Hospitals in many states will face significant penalties for not preventing hospital-aquired infections (HAIs), according to multiple media sources.
In Alaska, the state's four largest hospitals have steep penalties, according to Alaska Public Radio. Providence Alaska Medical Center will take a hit in excess of $500,000 for the next year. Fairbanks Memorial Hospital may lose up to $400,000, while two other facilities will face penalties of about $200,000 apiece.
In Southern Florida, 31 hospitals are at risk of losing payments, the Miami Herald reported. They include Jackson Memorial, the state's largest safety net facility. Altogether, the sanctions would run $330 million over the next year.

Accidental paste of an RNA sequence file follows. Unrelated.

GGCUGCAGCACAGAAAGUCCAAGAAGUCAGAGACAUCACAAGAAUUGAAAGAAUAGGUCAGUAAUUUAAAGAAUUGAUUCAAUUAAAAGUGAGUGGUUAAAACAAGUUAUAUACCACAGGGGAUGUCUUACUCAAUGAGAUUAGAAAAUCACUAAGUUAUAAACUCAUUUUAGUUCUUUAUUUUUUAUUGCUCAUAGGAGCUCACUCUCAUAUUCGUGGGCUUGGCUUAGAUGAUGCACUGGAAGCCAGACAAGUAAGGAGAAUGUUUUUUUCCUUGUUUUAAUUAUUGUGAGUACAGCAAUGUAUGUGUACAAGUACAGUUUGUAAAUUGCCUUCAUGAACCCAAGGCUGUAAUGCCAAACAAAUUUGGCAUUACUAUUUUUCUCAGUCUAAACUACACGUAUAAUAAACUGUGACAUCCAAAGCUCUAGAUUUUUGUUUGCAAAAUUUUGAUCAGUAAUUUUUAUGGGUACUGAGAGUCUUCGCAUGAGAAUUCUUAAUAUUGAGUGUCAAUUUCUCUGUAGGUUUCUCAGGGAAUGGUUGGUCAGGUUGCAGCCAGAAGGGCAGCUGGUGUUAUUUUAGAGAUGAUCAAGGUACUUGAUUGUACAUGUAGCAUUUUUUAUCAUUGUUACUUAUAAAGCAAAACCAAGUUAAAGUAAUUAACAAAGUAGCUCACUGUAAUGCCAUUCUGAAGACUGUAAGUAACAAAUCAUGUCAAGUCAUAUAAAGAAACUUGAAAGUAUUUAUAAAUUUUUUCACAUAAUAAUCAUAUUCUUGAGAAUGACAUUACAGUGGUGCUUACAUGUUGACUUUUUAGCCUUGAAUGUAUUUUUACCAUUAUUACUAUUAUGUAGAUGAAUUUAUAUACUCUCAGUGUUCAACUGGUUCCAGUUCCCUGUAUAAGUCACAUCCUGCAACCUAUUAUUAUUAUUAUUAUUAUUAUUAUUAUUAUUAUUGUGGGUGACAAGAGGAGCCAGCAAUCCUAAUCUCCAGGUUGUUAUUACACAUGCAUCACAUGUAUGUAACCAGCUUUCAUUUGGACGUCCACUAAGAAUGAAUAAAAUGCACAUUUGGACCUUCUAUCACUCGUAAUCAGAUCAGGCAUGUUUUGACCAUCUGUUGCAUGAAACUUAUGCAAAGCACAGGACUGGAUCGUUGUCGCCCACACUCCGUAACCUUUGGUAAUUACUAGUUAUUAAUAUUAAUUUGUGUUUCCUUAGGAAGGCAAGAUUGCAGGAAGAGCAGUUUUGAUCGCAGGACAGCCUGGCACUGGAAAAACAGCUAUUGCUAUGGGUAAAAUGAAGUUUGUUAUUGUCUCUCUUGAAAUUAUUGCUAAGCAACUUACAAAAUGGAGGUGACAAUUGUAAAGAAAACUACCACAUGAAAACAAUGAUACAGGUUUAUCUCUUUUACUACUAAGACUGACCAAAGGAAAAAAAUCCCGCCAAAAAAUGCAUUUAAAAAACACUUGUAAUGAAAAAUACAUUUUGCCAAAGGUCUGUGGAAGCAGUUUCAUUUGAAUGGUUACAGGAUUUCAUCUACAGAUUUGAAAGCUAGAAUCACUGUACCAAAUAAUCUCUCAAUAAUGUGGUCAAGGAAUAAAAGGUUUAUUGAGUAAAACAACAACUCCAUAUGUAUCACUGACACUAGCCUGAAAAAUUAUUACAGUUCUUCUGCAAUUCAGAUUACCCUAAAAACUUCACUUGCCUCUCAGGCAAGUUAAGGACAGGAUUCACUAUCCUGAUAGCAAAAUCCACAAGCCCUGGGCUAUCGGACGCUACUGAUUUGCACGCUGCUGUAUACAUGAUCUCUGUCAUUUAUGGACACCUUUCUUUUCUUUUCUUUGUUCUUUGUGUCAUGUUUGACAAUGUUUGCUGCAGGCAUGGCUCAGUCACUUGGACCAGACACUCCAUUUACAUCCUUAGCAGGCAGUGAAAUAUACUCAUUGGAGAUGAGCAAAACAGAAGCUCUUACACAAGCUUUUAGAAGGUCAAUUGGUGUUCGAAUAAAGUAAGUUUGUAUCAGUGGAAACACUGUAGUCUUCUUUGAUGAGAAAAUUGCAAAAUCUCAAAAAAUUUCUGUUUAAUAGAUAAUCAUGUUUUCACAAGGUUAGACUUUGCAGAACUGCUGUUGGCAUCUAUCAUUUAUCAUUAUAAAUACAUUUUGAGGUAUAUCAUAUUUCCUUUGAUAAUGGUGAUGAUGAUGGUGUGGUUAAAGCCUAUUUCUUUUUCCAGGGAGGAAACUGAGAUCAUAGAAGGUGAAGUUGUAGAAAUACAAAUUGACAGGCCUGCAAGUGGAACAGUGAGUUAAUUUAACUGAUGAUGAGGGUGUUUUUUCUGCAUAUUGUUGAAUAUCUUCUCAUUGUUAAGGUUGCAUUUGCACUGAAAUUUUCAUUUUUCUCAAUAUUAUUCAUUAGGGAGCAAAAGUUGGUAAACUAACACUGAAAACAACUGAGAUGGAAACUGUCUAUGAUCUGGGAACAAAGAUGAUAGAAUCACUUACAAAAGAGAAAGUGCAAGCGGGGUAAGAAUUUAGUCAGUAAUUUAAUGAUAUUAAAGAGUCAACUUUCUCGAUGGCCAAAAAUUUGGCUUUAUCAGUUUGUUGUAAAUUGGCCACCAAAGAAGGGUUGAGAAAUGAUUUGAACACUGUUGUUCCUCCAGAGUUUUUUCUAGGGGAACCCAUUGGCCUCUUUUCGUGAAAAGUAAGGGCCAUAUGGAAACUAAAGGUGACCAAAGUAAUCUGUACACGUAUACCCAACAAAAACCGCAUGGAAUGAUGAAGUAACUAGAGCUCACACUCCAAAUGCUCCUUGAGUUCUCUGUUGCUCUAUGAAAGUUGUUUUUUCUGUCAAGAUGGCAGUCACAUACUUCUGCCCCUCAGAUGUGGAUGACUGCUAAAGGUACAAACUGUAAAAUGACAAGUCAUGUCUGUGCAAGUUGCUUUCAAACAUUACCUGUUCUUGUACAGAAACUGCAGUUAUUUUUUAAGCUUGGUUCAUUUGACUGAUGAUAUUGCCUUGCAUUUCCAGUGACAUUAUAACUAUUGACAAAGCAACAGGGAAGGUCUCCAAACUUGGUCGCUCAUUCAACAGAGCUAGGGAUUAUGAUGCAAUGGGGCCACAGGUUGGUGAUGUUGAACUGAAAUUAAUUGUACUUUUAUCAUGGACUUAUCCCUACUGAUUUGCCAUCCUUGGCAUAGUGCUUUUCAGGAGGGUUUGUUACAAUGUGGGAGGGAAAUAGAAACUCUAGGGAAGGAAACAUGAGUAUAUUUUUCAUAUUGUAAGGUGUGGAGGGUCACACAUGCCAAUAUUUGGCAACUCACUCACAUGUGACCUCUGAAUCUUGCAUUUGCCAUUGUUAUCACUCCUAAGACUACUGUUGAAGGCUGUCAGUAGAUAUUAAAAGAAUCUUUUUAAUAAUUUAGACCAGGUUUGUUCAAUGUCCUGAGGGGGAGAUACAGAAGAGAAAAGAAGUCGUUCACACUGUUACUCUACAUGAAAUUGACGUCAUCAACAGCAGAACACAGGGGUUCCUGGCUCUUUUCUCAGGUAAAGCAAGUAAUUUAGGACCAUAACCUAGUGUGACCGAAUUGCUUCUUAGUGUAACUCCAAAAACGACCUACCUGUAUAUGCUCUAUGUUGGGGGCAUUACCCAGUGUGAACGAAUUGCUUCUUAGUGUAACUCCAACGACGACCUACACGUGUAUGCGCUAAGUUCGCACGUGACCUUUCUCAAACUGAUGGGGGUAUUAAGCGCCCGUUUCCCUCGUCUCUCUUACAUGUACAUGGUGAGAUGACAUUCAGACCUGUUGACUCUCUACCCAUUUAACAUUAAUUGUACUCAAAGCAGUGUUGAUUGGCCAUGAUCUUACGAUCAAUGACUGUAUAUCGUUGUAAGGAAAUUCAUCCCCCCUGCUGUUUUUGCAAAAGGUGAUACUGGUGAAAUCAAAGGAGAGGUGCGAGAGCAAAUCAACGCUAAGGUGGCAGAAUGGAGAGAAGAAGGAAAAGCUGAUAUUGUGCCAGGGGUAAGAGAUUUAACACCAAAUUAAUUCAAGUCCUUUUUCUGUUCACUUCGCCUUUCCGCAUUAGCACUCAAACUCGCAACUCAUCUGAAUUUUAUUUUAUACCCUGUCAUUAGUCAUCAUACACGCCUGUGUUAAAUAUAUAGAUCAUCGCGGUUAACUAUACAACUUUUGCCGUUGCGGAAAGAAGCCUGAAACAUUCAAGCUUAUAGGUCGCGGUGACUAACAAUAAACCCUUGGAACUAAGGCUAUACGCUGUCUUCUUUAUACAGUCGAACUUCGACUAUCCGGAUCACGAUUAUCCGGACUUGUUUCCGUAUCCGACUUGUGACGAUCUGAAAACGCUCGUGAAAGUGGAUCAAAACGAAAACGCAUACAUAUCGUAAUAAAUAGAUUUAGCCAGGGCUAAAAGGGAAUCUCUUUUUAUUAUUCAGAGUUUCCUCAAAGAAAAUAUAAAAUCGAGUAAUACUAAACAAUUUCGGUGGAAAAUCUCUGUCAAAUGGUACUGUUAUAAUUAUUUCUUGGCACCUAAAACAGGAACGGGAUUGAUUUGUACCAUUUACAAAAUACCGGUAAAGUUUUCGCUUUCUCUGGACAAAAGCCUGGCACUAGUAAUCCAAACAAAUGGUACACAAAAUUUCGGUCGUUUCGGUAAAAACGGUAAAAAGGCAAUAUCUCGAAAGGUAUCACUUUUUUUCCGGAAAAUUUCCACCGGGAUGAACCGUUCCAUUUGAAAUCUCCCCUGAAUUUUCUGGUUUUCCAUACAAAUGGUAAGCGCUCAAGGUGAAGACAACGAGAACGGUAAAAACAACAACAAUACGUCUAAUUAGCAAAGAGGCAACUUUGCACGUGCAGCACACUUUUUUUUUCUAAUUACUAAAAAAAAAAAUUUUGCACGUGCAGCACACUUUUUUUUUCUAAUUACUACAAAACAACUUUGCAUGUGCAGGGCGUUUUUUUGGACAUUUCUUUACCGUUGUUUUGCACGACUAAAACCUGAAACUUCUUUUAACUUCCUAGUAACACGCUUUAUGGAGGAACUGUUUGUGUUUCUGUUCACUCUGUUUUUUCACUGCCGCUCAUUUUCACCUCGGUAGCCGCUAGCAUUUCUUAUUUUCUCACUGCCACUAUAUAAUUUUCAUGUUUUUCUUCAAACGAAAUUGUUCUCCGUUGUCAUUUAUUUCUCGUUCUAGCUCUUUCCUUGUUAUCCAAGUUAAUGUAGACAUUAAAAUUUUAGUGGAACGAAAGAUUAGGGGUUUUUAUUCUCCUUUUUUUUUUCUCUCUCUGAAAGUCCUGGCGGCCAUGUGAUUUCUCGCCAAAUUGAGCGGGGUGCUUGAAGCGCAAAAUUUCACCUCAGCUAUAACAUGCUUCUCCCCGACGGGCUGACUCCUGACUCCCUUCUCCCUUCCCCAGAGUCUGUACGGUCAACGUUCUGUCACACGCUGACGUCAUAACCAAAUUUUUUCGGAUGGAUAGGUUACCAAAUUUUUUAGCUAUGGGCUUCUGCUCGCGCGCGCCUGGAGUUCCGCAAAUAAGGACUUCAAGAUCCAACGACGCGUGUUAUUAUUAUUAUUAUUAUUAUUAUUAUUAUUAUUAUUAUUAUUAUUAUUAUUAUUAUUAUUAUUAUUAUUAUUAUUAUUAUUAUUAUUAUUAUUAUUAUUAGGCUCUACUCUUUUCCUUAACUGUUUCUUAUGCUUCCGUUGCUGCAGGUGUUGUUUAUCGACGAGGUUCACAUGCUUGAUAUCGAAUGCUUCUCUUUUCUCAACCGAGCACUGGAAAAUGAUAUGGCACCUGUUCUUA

In Texas, nearly five dozen hospitals face potential penalties, according to the Texas Tribune. Most of them are in the Lone Star State's most populous counties, such as Dallas, Harris (Houston), Tarrant (Fort Worth) and Travis (Austin). Some of those facilities scored close to a 10 on the Hospital-Acquired Condition (HAC) program, which means they had among the highest infection rates in the nation.
The Centers for Medicare & Medicaid Services introduced the HAC program as a way to encourage hospitals to raise the quality of care being delivered while cutting costs. Battling an HAI can often add tens of thousands of dollars to the cost of treating a single patient, and hospitals can often avoid these infections if they take the necessary precautions.
"We want hospitals focused on patient safety,'' Patrick Conway, M.D., CMS' chief medical officer, told the Miami Herald, "and we want them laser-focused on eliminating patient harm."
Although the rate of HAIs has fallen slightly in recent years, advocates for reducing them dramatically or eliminating them altogether claim that there is still a long way to go in reaching that goal.